10 10 Statistical Analysis of Non-stationary Waves off the Savannah Coast, observation. From Fig. 1, it is easy to observe three storms happened in the deployment site (marked as A, B and C). One happened on Aug 7, The next one, and also the largest one, happened on Aug 25, After that, on Aug 29, another relatively smaller storm happened. Fig. 2 shows one-hour-time wave power spectra during the three storms identified above. It is obvious that those three wave spectra have very similar profiles with two peak frequencies. The higher peak frequency is roughly 0.18 Hz, and the lower peak frequency is about 0.04 Hz. It is also observed that in the range of high frequency, the spectral confirm very well to S=f -4. Figure 2: One-hour wave power spectra for each of the three storms identified in Fig Minimal length of time series for stationary conditions The real sea state evolves over time, and there is no such sea state that can be strictly considered as stationary. However, for practical purposes, if the evolving time is short enough that the change of sea state is very small and negligible, we can still consider the sea state as stationary within that time period. Therefore a long non-stationary sea state can be divided into short stationary time chunks. Within each chunk, the sea state is considered as stationary and statistical theories for stationary sea state can apply. To investigate the approximate length of time for stationary conditions, the following experiment is carried out. The whole time series is equally divided into shorter time series. The length of each chunk t ranges from 5 minutes to 20 hours. For each case, the time series is normalized by within each time chunk. The ratio of between normalized wave heights and Rayleigh height is calculated and plotted against the exceedance probability, as is shown in Fig. 3. From Fig. 3, we can get an overview of the stationary status of the sea state within each chunk of time series. It is clear that the plots corresponding to equal to from 5 minutes to up to 30 minutes are very close to each other without much deviation. The plots corresponding to time intervals longer than 60 minutes, however, have shown considerable deviation from previous curves. When becomes as large as 10 hours, the deviation become phenomenal. Thus we can briefly estimate the minimal length of time series for stationary conditions to be around 30 minutes. However, we should keep mind that the deviation of curves away from stationary conditions change gradually and there is no such strict number to define stationary conditions. The cut-off minimum length of 30 minutes is not exact. International Journal of Ocean and Climate Systems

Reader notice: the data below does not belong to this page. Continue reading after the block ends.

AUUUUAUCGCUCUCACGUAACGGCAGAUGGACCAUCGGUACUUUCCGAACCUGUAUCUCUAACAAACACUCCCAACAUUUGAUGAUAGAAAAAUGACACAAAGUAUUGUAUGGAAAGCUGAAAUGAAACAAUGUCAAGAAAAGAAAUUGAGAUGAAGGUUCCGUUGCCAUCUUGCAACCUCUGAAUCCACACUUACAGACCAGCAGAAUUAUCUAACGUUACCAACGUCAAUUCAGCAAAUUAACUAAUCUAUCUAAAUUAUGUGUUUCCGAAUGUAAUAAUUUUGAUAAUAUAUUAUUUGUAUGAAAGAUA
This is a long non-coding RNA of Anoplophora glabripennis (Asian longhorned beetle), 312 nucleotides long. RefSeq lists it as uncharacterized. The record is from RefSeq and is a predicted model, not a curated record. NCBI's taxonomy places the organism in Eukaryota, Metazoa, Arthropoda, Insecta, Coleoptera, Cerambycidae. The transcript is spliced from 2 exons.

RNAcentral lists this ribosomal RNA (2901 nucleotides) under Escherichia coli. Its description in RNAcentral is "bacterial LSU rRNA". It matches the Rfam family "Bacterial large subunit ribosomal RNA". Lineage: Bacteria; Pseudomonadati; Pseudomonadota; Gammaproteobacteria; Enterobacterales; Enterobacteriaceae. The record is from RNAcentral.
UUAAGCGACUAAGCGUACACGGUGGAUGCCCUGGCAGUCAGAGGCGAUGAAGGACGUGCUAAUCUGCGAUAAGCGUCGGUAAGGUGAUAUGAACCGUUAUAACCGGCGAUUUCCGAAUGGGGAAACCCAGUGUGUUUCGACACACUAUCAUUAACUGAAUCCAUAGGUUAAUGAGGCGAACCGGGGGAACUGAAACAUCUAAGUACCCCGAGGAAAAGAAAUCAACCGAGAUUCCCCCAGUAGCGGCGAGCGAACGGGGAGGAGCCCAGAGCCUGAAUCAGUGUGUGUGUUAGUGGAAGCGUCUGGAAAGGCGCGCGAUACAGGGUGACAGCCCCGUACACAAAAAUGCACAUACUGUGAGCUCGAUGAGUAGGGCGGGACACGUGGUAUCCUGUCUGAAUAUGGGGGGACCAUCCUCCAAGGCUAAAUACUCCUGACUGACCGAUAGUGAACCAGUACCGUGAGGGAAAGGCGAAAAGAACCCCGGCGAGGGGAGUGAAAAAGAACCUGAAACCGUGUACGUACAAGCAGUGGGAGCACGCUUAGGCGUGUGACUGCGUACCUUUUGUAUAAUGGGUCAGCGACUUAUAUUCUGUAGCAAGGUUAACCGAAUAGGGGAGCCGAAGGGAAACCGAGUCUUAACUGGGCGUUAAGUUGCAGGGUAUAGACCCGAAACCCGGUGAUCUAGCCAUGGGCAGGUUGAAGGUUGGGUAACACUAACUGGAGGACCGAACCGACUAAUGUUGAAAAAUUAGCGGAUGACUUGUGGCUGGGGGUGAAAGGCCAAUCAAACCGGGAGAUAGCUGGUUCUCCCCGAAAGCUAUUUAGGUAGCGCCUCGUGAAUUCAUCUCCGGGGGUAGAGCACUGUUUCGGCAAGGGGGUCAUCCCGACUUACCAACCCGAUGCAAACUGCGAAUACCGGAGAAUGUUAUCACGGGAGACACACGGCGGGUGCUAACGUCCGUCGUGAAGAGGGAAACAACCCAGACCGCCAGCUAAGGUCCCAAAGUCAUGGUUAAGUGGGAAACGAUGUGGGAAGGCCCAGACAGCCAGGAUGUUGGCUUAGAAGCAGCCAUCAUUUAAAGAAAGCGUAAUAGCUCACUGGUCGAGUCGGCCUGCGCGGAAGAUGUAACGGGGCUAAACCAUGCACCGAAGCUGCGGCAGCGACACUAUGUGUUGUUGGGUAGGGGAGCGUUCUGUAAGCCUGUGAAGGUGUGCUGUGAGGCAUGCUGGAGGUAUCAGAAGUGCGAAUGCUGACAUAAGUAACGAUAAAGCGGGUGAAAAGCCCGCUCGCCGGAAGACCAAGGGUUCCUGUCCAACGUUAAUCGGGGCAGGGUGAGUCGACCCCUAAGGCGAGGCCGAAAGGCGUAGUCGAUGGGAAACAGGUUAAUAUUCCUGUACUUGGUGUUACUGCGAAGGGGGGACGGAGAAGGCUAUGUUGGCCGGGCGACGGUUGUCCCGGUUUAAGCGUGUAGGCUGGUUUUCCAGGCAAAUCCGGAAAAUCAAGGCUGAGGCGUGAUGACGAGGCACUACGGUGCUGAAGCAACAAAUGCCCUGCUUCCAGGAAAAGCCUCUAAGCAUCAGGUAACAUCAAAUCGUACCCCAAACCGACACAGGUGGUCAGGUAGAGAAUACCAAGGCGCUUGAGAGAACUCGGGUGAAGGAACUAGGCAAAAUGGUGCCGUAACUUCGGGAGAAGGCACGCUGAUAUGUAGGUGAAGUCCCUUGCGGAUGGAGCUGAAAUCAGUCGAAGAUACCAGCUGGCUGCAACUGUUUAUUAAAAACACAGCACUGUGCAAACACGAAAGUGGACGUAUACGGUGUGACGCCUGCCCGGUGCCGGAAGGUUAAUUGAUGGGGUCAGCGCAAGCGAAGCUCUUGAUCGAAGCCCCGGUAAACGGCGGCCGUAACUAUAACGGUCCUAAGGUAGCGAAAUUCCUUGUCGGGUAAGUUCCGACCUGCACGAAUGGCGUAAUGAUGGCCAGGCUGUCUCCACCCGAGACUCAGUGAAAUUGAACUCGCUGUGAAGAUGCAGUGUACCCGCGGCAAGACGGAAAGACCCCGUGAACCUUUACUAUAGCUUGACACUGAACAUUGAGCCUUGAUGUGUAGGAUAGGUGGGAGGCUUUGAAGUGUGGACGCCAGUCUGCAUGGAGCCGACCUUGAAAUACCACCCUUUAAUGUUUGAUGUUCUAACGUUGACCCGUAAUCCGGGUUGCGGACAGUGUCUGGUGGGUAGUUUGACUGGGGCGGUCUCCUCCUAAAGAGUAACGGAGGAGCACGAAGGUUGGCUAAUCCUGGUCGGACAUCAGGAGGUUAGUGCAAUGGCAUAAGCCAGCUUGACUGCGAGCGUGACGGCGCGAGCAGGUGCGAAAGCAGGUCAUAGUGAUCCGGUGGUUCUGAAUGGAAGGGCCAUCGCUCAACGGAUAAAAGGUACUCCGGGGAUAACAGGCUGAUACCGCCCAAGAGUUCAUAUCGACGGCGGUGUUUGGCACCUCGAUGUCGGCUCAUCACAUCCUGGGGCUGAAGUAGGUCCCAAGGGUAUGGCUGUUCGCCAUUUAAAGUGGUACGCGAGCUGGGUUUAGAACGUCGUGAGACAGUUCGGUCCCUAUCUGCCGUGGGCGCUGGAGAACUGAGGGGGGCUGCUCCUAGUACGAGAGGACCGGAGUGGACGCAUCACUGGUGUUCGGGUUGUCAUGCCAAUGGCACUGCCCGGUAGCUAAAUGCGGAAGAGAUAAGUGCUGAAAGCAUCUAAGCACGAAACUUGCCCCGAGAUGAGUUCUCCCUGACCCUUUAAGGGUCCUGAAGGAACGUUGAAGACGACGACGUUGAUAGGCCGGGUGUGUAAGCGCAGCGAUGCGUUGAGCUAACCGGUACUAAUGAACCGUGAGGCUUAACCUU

11 Xiufeng Yang 11 Figure 3: Ratio of H/HR as a function of exceedance probability, where HR is the Rayleigh wave height. Therefore, for safety purpose, we d better choose a time interval smaller than 30 minutes in order to better preserve the piece-wise stationary characteristics within each time chunk. As we already know, the data files are arranged with each file containing 1382 data points with time interval of 0.78 seconds. Therefore each data file contains a wave data set of about 18 minutes, which can be conveniently used as the length of time chunks. In the following sections, this length will be employed to normalize the time series. 4.3 Distribution of dimensionless parameters Application of Tayfun distribution in calculating wave surface elevation and wave crests requires computing the parameter of wave skewness, as is shown in equation (4) and equation (17). There are practically two means to compute λ 3 directly from wave data. According to definition, λ 3 can be computed as (48) in which ζ is normalized wave elevation. Another means of computing λ 3 is based on the following relation (49) in which.. Through either way, the problem is that the sea state is not stationary. So it is unreasonable to calculate the skewness by averaging the whole time series. One reasonable solution is to calculate skewness according to equation (24) or (25) for each chunk of time series and the length of each chunk is Volume 6 Number